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11/19/2008 2:12 PM ET
The story of 'Boo' for a new generation
New book details unheralded Red Sox ace of the '40s
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Just like always, Dave "Boo" Ferriss is humble, even when talking about a book that's been written about him and his extraordinary life.

"Throughout the years, I've had some offers, but I didn't think I merit a book and I still don't," says Ferriss, the 86-year-old former Boston Red Sox phenom and pitching coach, longtime Delta State University baseball coach, and subject of Rick Cleveland's loving new biography, "Boo: A Life in Baseball, Well-Lived" (Pediment Publishing,, which comes out later this month.

"After some arm-twisting and so forth, Rick got me to agree to it. He's one fine guy and an outstanding writer, and I guess he's pretty persuasive. No doubt about it."

Cleveland, a sports columnist at The Clarion-Ledger newspaper in Jackson, Miss., where Ferriss is a sports icon, isn't the only one who contributed to the book. It also includes an emotional, personal foreword from another Mississippi native, best-selling author John Grisham. Grisham not only knew Ferriss but briefly played for him as well.

"I've known Coach Ferriss -- I call him Coach Ferriss -- since I was a kid," Cleveland says. "My dad introduced him to me in about 1961 or 1962 as the best baseball player in Mississippi history, and that got my attention right there.

"I've come to know him really well over the years, and he also happens to be the best human being I've ever been around. He's the most intrinsically good person I've ever known. And to be that way after all he's gone through, to me, is remarkable."

Detailed nimbly and richly in the pages of "Boo" is one of the great under-publicized stories in the annals of the game.

After being called up to military service during World War II and then discharged from the Army because of asthma, Ferriss began his Major League career in style, firing 22 scoreless innings, a record until it was broken by Oakland's Brad Ziegler last year.

He went 21-10 in 1945, followed it up with a 25-6 season for the American League champion Red Sox in 1946, pitched a shutout in the World Series that year, and then ruined his arm on one pitch in 1947. He pitched again sparingly and mostly in relief until ending his playing career in 1950.

Baseball Bookshelf

"To the older people in Boston, he's very, very well known," Cleveland says. "To younger fans, maybe not so much, which is one reason why it needs to be out there. His 46 wins over his first two seasons are the second best in Major League history behind Grover Cleveland Alexander.

"He was certainly a phenom in baseball. He was Nolan Ryan back then, as good as it gets. To a man, older Red Sox fans who know about Boo will tell you that the history of that team would have been different if had he remained healthy. They were always coming up a little bit short, and they think he would have been the difference."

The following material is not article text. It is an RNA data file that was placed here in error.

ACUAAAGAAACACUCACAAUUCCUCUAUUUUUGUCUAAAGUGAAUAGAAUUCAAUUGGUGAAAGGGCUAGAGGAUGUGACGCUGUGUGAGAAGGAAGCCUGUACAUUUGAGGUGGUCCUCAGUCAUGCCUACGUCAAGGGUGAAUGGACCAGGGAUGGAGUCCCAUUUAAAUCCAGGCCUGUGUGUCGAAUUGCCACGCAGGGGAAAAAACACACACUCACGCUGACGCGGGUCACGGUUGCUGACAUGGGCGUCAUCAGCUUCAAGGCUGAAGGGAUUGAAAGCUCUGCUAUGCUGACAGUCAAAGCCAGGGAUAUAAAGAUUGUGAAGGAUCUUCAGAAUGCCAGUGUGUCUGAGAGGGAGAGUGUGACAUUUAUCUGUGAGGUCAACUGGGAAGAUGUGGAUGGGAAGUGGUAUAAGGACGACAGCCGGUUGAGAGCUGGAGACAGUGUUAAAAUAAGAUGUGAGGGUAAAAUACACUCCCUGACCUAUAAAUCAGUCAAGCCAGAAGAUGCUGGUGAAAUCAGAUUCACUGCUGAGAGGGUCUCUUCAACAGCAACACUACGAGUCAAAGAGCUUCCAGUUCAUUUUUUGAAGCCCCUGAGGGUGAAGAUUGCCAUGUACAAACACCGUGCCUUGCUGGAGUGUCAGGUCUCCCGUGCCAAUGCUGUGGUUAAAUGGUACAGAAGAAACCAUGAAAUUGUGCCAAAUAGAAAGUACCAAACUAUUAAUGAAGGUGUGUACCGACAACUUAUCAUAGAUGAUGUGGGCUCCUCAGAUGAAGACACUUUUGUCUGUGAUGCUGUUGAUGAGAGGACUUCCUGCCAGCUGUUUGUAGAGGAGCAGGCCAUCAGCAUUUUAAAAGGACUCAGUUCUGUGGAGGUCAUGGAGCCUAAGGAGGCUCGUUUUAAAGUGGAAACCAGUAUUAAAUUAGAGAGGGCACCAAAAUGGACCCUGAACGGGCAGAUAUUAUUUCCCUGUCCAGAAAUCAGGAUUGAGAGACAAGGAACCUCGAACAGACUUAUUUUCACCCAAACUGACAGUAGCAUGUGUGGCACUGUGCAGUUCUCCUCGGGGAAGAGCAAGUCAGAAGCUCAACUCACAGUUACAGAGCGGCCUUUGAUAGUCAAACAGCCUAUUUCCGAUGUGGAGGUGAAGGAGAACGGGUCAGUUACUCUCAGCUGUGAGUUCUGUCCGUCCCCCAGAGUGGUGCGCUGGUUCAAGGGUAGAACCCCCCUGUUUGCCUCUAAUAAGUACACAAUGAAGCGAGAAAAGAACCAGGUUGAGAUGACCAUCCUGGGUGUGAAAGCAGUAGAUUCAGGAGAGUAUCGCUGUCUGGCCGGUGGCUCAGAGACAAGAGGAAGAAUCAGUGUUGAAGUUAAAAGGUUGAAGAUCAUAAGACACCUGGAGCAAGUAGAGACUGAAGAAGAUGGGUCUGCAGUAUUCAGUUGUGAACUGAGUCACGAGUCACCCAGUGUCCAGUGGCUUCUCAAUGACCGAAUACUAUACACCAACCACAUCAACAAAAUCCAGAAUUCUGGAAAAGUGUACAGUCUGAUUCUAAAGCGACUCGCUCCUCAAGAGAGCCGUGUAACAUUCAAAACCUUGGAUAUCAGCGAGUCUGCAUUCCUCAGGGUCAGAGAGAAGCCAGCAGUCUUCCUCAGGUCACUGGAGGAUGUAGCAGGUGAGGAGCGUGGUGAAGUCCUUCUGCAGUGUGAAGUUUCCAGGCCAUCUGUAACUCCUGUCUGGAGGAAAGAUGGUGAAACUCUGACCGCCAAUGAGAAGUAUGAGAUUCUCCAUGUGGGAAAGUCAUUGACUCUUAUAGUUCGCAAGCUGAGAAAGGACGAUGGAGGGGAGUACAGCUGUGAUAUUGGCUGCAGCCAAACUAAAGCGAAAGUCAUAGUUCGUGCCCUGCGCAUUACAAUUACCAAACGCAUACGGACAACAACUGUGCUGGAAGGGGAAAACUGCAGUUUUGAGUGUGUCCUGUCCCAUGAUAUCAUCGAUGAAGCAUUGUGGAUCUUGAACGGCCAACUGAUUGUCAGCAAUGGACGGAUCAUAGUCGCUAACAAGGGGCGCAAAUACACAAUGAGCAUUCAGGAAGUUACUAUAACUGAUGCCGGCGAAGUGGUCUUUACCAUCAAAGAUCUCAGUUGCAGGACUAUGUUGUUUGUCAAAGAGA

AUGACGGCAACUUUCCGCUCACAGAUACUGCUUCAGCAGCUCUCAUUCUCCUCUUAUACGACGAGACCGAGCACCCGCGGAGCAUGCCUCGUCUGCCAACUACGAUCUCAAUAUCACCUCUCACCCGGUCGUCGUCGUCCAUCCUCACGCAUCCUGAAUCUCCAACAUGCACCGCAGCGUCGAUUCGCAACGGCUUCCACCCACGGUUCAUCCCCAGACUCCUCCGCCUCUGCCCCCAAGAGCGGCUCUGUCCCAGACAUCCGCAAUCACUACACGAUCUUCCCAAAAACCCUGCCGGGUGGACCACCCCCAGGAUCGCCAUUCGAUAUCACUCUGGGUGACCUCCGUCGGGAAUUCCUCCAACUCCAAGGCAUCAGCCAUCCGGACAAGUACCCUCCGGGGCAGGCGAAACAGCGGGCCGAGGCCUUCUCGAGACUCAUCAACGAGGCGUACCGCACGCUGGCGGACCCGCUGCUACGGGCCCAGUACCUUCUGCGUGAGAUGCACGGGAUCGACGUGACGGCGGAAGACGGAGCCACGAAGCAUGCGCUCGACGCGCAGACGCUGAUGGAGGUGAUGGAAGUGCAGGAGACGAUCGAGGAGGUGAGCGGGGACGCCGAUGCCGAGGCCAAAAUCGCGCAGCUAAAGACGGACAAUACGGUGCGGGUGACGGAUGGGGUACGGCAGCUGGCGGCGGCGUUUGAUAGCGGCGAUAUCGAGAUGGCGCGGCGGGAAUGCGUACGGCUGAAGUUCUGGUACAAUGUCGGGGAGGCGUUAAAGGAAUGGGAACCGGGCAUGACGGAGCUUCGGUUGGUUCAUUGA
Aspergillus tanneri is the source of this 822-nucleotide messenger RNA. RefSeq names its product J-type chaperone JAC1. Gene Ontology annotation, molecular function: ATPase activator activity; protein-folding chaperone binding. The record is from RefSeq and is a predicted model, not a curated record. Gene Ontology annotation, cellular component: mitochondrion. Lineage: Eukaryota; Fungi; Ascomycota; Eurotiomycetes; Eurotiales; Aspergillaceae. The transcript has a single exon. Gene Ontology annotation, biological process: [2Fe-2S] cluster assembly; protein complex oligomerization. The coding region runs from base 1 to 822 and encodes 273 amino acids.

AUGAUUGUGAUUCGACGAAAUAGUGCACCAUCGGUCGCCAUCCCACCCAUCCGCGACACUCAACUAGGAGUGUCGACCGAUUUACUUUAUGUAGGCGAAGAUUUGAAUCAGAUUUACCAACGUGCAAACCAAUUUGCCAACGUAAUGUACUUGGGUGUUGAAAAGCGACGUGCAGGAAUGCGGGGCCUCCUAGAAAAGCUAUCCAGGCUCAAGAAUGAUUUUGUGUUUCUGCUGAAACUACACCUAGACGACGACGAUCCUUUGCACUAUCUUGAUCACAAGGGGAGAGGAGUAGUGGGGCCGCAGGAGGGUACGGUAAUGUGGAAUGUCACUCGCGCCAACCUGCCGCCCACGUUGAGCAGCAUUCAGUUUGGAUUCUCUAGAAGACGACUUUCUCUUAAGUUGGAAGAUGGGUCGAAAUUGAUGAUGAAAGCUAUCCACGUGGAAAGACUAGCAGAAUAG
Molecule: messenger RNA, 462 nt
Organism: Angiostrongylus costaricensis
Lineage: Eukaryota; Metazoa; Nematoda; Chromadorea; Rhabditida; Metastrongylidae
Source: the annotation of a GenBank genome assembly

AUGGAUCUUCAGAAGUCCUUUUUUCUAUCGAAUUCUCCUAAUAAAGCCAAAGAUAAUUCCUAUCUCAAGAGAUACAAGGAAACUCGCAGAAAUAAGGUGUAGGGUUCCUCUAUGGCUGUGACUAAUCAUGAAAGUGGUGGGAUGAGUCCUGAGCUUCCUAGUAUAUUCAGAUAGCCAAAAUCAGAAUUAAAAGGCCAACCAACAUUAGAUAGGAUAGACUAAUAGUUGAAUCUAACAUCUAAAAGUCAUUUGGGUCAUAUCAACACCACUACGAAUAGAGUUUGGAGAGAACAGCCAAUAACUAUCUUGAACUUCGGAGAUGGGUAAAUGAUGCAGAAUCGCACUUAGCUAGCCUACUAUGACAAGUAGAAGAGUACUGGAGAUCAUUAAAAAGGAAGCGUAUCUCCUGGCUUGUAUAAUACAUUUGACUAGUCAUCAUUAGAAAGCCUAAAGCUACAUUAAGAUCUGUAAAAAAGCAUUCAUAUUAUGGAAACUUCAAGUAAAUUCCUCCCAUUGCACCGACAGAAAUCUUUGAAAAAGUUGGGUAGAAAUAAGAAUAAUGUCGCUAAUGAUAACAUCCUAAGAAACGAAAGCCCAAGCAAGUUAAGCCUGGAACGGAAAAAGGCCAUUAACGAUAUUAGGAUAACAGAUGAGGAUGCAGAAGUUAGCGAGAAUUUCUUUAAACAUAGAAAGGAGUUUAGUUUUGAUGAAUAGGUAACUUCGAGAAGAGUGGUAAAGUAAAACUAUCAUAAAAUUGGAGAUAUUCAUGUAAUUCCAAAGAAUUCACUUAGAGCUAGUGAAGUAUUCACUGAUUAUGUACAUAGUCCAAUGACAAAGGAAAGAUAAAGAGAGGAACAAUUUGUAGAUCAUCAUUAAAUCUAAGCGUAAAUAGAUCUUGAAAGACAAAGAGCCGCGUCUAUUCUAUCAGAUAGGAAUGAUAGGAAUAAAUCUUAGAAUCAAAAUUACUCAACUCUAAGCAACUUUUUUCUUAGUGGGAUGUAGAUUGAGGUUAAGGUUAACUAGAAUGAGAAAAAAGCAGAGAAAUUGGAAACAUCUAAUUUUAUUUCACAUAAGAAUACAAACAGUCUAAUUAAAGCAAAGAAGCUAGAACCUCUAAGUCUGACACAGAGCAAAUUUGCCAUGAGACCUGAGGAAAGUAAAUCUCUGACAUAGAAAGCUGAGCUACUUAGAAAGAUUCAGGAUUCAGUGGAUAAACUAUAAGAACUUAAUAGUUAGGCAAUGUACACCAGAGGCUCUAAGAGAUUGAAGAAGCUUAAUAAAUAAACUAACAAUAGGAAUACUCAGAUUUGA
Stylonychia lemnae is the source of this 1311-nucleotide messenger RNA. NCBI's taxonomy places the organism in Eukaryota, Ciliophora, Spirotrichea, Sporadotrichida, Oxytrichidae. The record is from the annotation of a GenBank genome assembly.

But a bum shoulder wasn't close to the end of Boo.

He became the pitching coach for the Red Sox between 1955 and 1959 and then started his legendary career at the helm of Delta State, compiling a 639-387 record until his retirement in 1988 and taking the Statesmen to three NCAA Division II College World Series.

"It was certainly an unfortunate situation of hurting my arm and never being the same after a wonderful beginning to my career," Ferriss says. "But to get to be pitching coach for five years with so many fine teammates, including Ted Williams, and everything that followed ... I have to say it all worked out.

"And I wouldn't take anything away from coaching 26 years of college baseball. I was blessed to have so many fine young men play for me. And seeing college baseball make the great strides it has over the decades ... it got bigger and better, so I've had a great run here and I look back and think I've been mighty blessed, I sure have."

One of the most charming parts of the book is found in Cleveland's introduction, in which Ferriss and Cleveland visit an orthopedist named Buddy Savoie to see if they can locate the problem in Ferriss' shoulder.

Savoie diagnoses it as a torn labrum, an injury that ended careers before Orel Hershiser had a successful shoulder reconstruction in the early 1990s.

"He'd have a 95 percent chance of complete recovery," Savoie tells Cleveland. "He'd be as good as new in six to nine months."

To which Boo chuckles and says, "Now my wife Miriam says we ought to get Buddy to fix me up. She says she'd roll me out to the mound. With the millions they're paying these days, she thinks I could still go five innings."

On a more poignant note, "Boo" includes actual letters Ferriss wrote home to his mother in 1945 and 1946 while he was taking the big leagues by storm.

"That's the best part of the book, including Grisham's foreword and any writing I did," Cleveland says. "They're just amazing. Here's a kid out of the Mississippi Delta, he's never been anywhere like this, he wins his first eight games, and all the while he's writing letters home to his mother."

And through all the stories, anecdotes and heartfelt remembrances of the man, who was inducted to the Red Sox Hall of Fame in 2002 and still receives fan mail from Red Sox fans all over the world almost every day, Ferriss never expresses any regrets.

"I can't complain, but it would have been nice to not hurt my arm when I did," Ferriss says.

"Maybe we would have beaten those old Yankees."

Doug Miller is a Senior Writer for This story was not subject to the approval of Major League Baseball or its clubs.

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